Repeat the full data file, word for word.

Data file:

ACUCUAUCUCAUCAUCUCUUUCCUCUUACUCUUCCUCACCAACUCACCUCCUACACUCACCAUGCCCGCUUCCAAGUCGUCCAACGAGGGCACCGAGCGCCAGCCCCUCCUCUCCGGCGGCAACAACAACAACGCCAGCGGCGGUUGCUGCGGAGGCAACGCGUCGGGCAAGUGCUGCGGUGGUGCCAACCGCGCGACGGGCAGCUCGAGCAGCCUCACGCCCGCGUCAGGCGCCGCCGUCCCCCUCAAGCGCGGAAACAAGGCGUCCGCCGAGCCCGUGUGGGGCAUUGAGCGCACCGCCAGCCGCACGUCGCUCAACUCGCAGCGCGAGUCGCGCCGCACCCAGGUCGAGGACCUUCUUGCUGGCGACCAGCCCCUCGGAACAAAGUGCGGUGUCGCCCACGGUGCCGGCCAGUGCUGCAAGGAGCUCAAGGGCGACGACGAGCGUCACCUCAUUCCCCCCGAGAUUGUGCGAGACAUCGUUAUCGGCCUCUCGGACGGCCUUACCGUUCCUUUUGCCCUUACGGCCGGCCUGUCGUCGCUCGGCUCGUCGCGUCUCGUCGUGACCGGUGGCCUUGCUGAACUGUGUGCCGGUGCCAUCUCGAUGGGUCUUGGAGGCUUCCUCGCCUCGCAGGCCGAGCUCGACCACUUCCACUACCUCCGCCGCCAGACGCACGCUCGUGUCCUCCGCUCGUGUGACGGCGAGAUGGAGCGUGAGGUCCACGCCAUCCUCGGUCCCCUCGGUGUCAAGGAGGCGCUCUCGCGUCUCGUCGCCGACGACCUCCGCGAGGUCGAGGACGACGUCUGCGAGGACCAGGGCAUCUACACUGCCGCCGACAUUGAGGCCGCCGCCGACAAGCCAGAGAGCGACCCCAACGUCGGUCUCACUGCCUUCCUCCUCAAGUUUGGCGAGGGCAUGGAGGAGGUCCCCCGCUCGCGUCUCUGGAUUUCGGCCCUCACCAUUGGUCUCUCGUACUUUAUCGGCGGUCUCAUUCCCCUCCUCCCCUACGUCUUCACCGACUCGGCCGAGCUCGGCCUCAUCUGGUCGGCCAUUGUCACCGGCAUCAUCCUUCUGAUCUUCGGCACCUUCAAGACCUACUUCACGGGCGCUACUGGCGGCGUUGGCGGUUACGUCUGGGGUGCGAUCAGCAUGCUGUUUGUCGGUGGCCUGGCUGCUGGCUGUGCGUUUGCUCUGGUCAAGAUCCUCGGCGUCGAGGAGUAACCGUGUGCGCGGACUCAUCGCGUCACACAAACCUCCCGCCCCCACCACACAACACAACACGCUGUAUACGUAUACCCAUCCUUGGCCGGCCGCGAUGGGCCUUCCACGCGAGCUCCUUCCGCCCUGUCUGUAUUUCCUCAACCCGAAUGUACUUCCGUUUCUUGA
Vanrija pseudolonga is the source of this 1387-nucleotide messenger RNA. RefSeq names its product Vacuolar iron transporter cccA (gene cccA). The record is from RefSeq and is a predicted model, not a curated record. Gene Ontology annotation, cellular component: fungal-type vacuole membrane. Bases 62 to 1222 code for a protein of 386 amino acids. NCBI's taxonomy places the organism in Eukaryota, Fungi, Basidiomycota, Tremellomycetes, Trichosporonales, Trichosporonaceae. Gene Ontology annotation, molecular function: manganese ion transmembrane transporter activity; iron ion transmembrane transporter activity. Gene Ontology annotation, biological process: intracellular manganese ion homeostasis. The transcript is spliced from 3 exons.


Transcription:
ACUCUAUCUCAUCAUCUCUUUCCUCUUACUCUUCCUCACCAACUCACCUCCUACACUCACCAUGCCCGCUUCCAAGUCGUCCAACGAGGGCACCGAGCGCCAGCCCCUCCUCUCCGGCGGCAACAACAACAACGCCAGCGGCGGUUGCUGCGGAGGCAACGCGUCGGGCAAGUGCUGCGGUGGUGCCAACCGCGCGACGGGCAGCUCGAGCAGCCUCACGCCCGCGUCAGGCGCCGCCGUCCCCCUCAAGCGCGGAAACAAGGCGUCCGCCGAGCCCGUGUGGGGCAUUGAGCGCACCGCCAGCCGCACGUCGCUCAACUCGCAGCGCGAGUCGCGCCGCACCCAGGUCGAGGACCUUCUUGCUGGCGACCAGCCCCUCGGAACAAAGUGCGGUGUCGCCCACGGUGCCGGCCAGUGCUGCAAGGAGCUCAAGGGCGACGACGAGCGUCACCUCAUUCCCCCCGAGAUUGUGCGAGACAUCGUUAUCGGCCUCUCGGACGGCCUUACCGUUCCUUUUGCCCUUACGGCCGGCCUGUCGUCGCUCGGCUCGUCGCGUCUCGUCGUGACCGGUGGCCUUGCUGAACUGUGUGCCGGUGCCAUCUCGAUGGGUCUUGGAGGCUUCCUCGCCUCGCAGGCCGAGCUCGACCACUUCCACUACCUCCGCCGCCAGACGCACGCUCGUGUCCUCCGCUCGUGUGACGGCGAGAUGGAGCGUGAGGUCCACGCCAUCCUCGGUCCCCUCGGUGUCAAGGAGGCGCUCUCGCGUCUCGUCGCCGACGACCUCCGCGAGGUCGAGGACGACGUCUGCGAGGACCAGGGCAUCUACACUGCCGCCGACAUUGAGGCCGCCGCCGACAAGCCAGAGAGCGACCCCAACGUCGGUCUCACUGCCUUCCUCCUCAAGUUUGGCGAGGGCAUGGAGGAGGUCCCCCGCUCGCGUCUCUGGAUUUCGGCCCUCACCAUUGGUCUCUCGUACUUUAUCGGCGGUCUCAUUCCCCUCCUCCCCUACGUCUUCACCGACUCGGCCGAGCUCGGCCUCAUCUGGUCGGCCAUUGUCACCGGCAUCAUCCUUCUGAUCUUCGGCACCUUCAAGACCUACUUCACGGGCGCUACUGGCGGCGUUGGCGGUUACGUCUGGGGUGCGAUCAGCAUGCUGUUUGUCGGUGGCCUGGCUGCUGGCUGUGCGUUUGCUCUGGUCAAGAUCCUCGGCGUCGAGGAGUAACCGUGUGCGCGGACUCAUCGCGUCACACAAACCUCCCGCCCCCACCACACAACACAACACGCUGUAUACGUAUACCCAUCCUUGGCCGGCCGCGAUGGGCCUUCCACGCGAGCUCCUUCCGCCCUGUCUGUAUUUCCUCAACCCGAAUGUACUUCCGUUUCUUGA
Vanrija pseudolonga is the source of this 1387-nucleotide messenger RNA. RefSeq names its product Vacuolar iron transporter cccA (gene cccA). The record is from RefSeq and is a predicted model, not a curated record. Gene Ontology annotation, cellular component: fungal-type vacuole membrane. Bases 62 to 1222 code for a protein of 386 amino acids. NCBI's taxonomy places the organism in Eukaryota, Fungi, Basidiomycota, Tremellomycetes, Trichosporonales, Trichosporonaceae. Gene Ontology annotation, molecular function: manganese ion transmembrane transporter activity; iron ion transmembrane transporter activity. Gene Ontology annotation, biological process: intracellular manganese ion homeostasis. The transcript is spliced from 3 exons.